Tomato Blight (and the web of life)

One of the conjectured reasons for the amazingly quick spread of tomato blight in the northeast this year (besides the crazy weather) is the upsurge in home gardeners.  It is wonderful that so many people are growing their own tomatoes.  If they buy the plants from a “big box” retailer — a retailer that gives less care and attention to the quality and health of the plants and more to easy shipping and cheap prices — then the new plants entering the eco-system are more likely harbingers of disease.

When we do anything, we have to be conscious of how it fits in with the world as a whole.  From seed to meal, how we get our food impacts ourselves and our health.  I am lucky so far with my tomato plants.  I bought seedlings from local, organic farmers.  I am checking them every few days for signs of blight.  My harvest has been delicious and abundent.

In reading about the blight, I am painfully reminded that what we eat impacts the earth, the animal and plant life that was displaced for the growth of food, the humans that labored to bring it to our table.  What we choose to eat, over our life, can dramatically shift our life physically, energetically, and emotionally.

Don’t forego homegrown tomatoes and other easy to grow urban foodstuff, but be careful about where you buy it, how you tend it, and understand that you have entered into the agricultural network.

As Chief Seattle did NOT say, “man does not weave this web of life.  We are but one thread within it.   Whatever we do to the web, we do to ourselves.”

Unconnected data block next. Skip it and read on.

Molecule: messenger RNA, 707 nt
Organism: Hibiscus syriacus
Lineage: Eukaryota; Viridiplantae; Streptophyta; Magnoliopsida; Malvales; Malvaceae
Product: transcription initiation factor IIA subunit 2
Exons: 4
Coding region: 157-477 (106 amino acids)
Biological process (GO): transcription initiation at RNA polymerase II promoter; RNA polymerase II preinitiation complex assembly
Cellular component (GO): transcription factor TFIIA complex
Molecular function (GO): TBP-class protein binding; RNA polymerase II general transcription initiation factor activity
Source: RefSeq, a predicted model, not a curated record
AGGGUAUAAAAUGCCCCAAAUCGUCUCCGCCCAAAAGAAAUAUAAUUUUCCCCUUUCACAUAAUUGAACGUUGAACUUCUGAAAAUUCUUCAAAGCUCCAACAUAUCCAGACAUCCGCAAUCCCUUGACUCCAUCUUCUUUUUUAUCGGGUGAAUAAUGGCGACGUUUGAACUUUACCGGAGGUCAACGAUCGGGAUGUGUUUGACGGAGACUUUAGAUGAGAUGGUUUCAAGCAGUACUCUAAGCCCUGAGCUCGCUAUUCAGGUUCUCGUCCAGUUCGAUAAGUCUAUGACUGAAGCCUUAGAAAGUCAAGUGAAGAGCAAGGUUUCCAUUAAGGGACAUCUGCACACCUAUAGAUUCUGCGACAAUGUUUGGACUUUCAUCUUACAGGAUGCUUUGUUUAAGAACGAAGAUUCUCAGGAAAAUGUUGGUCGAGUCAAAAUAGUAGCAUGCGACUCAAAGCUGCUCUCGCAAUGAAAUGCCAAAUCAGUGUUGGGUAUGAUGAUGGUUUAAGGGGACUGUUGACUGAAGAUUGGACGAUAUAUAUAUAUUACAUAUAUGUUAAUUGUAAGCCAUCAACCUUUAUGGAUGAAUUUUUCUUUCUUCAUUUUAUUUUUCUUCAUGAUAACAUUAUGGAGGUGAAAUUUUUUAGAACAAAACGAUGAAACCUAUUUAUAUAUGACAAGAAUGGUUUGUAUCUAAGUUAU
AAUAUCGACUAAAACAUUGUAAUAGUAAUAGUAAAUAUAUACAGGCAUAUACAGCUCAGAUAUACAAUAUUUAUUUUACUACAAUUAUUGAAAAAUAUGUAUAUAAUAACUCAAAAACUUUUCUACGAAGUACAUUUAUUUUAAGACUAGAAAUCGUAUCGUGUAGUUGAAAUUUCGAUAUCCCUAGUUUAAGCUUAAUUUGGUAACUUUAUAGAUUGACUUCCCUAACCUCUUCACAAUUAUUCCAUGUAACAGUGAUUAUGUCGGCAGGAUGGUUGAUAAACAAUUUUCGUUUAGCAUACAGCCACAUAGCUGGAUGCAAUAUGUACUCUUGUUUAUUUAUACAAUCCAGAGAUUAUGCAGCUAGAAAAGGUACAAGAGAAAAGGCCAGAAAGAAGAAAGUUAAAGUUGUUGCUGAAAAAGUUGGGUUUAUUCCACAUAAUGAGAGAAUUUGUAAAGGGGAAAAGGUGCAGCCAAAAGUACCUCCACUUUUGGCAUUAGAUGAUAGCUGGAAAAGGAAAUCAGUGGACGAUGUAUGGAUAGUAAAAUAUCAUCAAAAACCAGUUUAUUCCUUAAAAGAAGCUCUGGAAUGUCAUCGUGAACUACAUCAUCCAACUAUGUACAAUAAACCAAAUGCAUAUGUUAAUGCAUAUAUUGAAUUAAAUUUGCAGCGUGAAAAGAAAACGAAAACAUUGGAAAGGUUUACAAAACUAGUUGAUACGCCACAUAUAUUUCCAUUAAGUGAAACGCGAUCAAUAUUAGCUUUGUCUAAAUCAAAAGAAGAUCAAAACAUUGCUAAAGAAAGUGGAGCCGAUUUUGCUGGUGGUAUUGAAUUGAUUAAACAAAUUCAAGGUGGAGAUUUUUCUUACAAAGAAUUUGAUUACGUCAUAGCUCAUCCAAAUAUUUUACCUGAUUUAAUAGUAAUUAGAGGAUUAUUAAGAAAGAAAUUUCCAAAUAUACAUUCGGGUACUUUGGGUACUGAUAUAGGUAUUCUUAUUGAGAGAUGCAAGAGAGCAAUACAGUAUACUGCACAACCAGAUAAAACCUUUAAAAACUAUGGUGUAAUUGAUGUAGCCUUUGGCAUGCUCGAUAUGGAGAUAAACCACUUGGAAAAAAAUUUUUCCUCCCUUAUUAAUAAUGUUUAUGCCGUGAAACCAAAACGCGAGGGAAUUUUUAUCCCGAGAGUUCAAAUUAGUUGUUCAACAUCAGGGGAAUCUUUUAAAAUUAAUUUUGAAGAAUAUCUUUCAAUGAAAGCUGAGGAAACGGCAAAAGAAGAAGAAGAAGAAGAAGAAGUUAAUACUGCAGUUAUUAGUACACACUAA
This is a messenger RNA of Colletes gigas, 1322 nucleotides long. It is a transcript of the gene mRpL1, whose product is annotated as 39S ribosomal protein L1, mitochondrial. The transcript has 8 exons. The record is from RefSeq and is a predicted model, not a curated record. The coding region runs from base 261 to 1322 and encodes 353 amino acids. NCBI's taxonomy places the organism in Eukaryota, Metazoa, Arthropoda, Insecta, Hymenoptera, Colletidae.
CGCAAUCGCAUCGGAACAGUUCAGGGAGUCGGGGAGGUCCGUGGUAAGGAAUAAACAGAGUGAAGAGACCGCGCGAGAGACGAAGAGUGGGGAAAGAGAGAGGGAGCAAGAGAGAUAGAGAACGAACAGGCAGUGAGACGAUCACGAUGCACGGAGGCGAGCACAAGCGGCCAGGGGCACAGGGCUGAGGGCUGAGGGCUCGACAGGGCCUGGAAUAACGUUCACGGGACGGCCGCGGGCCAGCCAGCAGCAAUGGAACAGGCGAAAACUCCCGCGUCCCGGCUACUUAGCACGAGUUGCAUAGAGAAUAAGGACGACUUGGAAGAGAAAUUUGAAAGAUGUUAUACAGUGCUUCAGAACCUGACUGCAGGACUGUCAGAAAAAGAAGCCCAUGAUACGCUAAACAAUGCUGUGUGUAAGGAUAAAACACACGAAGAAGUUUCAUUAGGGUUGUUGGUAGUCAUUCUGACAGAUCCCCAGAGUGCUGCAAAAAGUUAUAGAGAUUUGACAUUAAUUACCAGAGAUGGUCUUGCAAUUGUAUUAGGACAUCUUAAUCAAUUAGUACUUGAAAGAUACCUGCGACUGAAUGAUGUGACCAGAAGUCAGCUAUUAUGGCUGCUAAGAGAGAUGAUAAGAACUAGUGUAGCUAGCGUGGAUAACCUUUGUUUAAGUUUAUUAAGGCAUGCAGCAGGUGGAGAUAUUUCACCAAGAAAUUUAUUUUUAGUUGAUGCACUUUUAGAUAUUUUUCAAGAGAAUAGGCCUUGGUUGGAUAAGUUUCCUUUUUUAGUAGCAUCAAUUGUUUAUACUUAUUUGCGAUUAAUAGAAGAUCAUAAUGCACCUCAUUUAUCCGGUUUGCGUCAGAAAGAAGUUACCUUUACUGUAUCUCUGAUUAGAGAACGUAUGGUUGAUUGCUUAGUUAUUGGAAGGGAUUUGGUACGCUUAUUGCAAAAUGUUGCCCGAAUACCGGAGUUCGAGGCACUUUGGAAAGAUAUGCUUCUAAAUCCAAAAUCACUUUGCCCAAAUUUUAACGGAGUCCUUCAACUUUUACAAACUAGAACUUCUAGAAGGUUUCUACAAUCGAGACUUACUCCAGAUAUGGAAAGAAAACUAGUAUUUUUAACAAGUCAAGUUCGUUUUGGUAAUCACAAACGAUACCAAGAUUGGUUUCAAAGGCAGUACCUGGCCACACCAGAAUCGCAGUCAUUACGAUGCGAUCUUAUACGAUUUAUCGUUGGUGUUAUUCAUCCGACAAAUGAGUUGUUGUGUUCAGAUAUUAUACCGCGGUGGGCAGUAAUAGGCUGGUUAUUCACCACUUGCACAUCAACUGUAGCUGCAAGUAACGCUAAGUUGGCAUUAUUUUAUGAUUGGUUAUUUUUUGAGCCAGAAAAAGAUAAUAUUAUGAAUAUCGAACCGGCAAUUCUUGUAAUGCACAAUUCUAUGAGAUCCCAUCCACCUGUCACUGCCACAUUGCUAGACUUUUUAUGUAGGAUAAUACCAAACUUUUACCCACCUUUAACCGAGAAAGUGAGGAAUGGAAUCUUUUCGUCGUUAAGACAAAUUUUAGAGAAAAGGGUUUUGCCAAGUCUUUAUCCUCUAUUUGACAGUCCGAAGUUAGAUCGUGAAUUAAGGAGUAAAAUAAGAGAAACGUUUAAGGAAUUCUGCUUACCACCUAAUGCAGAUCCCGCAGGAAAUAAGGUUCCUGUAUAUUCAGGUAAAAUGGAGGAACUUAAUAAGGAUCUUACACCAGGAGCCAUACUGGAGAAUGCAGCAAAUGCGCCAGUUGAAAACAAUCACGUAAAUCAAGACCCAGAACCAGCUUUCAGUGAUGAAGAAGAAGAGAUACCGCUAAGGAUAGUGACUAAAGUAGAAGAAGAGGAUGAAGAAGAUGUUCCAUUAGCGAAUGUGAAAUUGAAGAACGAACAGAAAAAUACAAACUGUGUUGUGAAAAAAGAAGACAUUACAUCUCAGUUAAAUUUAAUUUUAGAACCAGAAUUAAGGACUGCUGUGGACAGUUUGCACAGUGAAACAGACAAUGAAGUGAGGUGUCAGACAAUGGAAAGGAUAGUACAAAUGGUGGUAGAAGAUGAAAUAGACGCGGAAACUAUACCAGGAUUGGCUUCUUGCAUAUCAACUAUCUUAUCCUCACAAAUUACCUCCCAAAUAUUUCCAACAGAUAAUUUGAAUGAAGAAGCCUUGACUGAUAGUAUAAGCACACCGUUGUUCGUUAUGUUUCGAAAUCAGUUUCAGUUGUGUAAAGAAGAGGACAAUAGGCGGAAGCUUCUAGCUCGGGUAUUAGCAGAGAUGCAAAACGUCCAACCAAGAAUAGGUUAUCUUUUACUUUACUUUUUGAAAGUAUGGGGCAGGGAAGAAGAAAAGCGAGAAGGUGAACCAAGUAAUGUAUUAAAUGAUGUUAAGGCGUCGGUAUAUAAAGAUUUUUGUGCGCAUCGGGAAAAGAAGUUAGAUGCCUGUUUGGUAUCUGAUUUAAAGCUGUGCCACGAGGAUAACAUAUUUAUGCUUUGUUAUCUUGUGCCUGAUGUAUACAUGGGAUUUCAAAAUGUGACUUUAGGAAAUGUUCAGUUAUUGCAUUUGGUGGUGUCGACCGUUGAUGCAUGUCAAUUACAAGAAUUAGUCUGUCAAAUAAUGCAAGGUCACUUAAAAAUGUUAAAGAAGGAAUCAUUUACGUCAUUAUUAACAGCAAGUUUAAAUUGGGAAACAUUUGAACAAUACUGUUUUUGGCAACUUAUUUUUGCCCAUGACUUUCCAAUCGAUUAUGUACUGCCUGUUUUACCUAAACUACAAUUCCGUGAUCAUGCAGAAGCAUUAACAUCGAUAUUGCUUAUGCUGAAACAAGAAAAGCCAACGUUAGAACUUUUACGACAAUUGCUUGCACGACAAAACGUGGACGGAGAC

Heat Advisory (and Gratitude)

It was already hot when I went out into the garden after I sat for meditation.  I try only to water every third day it does not rain and have used soil supplements such as “soil moist” to make that possible, but it was critical that I water so that the plants survive today’s blazing heat.

Before I went out, while listening to the weather forecast, I drank my second glass of filtered tap water.  I thought how lucky I am to have fresh drinking water from the tap, shelter from the heat, ice if I want it, and water for the garden.  All those warnings to stay inside, keep cool, and drink plenty of liquids are meaningless unless one has access to those things.

I am grateful, too, for my practice.  I know that a slow, quiet practice helps keep me cool and rested,  and that I can get extra enjoyment from the way the heat warms my muscles without any effort at all on my part.  In the heat, stillness is so welcome that sitting is as sweet an activity as I could know.

Refinement (and the Anusara loops)